The index of small-cap stocks has gained more than 8 percent year to date — a far cry from its 2018 performance, when the index saw its worst annual loss since the financial crisis.
But the recent strength may just be a head fake. According to founder Todd Gordon and Strategic Wealth Partners’ Mark Tepper, investors should look elsewhere for value.
Smaller companies are typically more susceptible to economic cycles. They usually hold more debt than their large-cap peers, which means they are especially sensitive to factors like rising rates and wage inflation. 
Since Tepper believes we could be nearing the end of this historic bull run, he thinks Russell 2000 companies might have a tough road ahead. 
“Large caps typically outperform small caps late cycle,” he said. “When the economy slows and eventually contracts, those companies with high debt levels are going to get hit the hardest. Cash flow slows, rates go up, and that’s a recipe for trouble. Beyond that, wages are going up and that’s going to eat into margins.”


The growing likelihood of even a limited trade deal with the United States combined with a ramp-up in Chinese stimulus are jointly making some experts more optimistic about the 2019 prospects for the world’s second-largest economy.
The atmosphere, however, has changed after a 90-day truce began early in December. Negotiations in Beijing earlier this month were mutually hailed and more talks are in store. And the U.S. is reportedly even considering lifting tariffs to reach a deal. That is all helping create a positive atmosphere for some kind of agreement. 
“The point is that both sides are now under a lot of pressure to get a deal done,” Stefan Hofer, chief investment strategist at LGT Bank in Hong Kong, told reporters on Tuesday, calling it “just something that has to happen.” 
LGT’s base forecast is for a deal by the middle of 2019, but Hofer said now is the time to get into Chinese markets. 
“I think it’s perfectly okay for investors to take on China exposure now in anticipation of that,” he said. 
Political risk consultancy Eurasia Group said in a Thursday note it sees “increasing signs of momentum towards some type of interim deal” within this year. In its view, that’ll be driven mostly by U.S. President Donald Trump’s wish to calm markets and have a win to take into next year’s expected re-election bid.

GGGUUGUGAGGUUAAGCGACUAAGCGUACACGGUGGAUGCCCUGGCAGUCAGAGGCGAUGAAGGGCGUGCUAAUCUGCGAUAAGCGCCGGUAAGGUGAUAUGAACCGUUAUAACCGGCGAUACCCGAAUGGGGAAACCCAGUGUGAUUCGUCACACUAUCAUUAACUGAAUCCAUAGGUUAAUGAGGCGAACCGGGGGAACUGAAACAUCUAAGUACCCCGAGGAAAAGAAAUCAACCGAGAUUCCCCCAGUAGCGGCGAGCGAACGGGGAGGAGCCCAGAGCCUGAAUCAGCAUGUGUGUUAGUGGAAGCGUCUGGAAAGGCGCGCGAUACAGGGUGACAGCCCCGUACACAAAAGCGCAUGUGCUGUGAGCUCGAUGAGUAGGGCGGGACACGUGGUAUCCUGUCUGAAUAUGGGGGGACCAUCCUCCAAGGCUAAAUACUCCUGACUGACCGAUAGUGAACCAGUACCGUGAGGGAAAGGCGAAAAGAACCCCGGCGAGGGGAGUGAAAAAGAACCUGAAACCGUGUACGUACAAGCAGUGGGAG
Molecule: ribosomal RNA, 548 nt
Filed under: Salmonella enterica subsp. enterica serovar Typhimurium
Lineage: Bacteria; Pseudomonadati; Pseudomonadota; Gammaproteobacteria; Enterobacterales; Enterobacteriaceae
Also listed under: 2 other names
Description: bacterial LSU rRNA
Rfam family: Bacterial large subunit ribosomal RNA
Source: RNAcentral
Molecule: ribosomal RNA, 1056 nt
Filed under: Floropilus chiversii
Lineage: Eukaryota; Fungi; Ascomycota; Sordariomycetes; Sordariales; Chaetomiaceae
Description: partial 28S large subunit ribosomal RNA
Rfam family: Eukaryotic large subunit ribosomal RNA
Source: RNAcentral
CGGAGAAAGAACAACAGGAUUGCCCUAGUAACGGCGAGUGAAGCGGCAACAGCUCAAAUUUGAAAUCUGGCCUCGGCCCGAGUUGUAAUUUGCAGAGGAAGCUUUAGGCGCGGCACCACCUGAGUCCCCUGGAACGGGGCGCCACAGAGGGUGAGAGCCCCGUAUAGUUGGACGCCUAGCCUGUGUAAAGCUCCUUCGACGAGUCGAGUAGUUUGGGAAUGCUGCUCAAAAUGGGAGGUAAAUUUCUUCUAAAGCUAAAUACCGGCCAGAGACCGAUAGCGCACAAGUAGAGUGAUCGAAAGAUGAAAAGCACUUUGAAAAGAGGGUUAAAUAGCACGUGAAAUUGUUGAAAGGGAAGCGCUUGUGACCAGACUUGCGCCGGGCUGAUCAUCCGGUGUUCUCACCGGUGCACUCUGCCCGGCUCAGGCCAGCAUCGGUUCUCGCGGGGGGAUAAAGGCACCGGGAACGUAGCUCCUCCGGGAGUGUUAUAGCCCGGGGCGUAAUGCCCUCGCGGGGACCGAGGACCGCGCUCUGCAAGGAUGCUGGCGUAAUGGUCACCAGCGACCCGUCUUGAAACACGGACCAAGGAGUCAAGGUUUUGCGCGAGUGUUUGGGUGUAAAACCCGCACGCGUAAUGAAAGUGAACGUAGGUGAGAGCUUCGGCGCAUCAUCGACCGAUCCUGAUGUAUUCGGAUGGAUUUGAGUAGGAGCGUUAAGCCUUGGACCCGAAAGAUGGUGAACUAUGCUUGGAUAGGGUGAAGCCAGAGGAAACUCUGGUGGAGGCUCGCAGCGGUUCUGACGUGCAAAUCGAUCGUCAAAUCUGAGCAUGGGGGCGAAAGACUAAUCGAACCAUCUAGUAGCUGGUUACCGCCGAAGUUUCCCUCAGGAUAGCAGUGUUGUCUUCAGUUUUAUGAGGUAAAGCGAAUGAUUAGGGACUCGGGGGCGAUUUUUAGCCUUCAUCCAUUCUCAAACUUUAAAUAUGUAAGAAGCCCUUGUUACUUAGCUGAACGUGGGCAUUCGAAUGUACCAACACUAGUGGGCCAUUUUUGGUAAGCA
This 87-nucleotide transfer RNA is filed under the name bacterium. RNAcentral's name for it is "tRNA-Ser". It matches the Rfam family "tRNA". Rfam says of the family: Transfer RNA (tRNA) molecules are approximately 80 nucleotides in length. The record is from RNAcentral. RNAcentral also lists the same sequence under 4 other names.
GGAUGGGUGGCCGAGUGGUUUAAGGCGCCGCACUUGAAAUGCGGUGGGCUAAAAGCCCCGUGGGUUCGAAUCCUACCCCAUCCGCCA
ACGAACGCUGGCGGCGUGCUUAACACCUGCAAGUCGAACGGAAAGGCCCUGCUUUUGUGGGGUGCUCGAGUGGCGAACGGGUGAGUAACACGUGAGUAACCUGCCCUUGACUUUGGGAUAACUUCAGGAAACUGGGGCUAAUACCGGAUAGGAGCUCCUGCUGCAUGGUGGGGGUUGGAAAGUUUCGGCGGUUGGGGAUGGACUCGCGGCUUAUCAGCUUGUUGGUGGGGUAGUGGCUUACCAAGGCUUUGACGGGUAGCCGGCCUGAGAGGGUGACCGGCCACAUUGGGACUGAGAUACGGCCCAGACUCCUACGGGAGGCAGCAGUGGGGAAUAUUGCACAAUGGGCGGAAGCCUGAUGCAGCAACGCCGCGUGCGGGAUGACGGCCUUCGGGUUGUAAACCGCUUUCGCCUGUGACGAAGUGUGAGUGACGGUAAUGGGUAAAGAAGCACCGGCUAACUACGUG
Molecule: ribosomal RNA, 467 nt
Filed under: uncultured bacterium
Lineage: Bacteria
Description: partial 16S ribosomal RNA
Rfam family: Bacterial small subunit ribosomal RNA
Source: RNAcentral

In a meeting of top advisers at the White House on Tuesday, the sources, who declined to be identified since the meeting was not public, said participants discussed aspects of a potential infrastructure plan and whether to include details of it in Trump’s State of the Union address scheduled for later this month.
About 20 officials took part in the more than hour-long meeting with Trump, including Vice President Mike Pence, White House senior adviser Ivanka Trump, acting Chief of Staff Mick Mulvaney, Treasury Secretary Steven Mnuchin and Transportation Secretary Elaine Chao, the sources said. 
They discussed how to incorporate into the plan funding for a next-generation wireless network, known as 5G, and potentially using the plan to modernize the U.S. air traffic control system, the people said. It followed a senior staff-level meeting on infrastructure earlier this month. 
A White House official confirmed the meeting took place but declined to comment further. 
The administration is considering a 13-year program but has not settled on key issues, including whether it will propose new ways to pay for increased spending.


U.S. oil production growth combined with a slowing global economy will put oil prices under downward pressure in 2019, challenging OPEC’s resolve to support the market with output cuts, the International Energy Agency said on Friday.
The IEA, which coordinates the energy policies of industrial nations, said it was keeping its estimate of oil demand growth for this year unchanged at 1.4 million barrels per day, close to 2018 levels. 
“The impact of higher oil prices in 2018 is fading, which will help offset lower economic growth,” the Paris-based IEA said in its monthly report.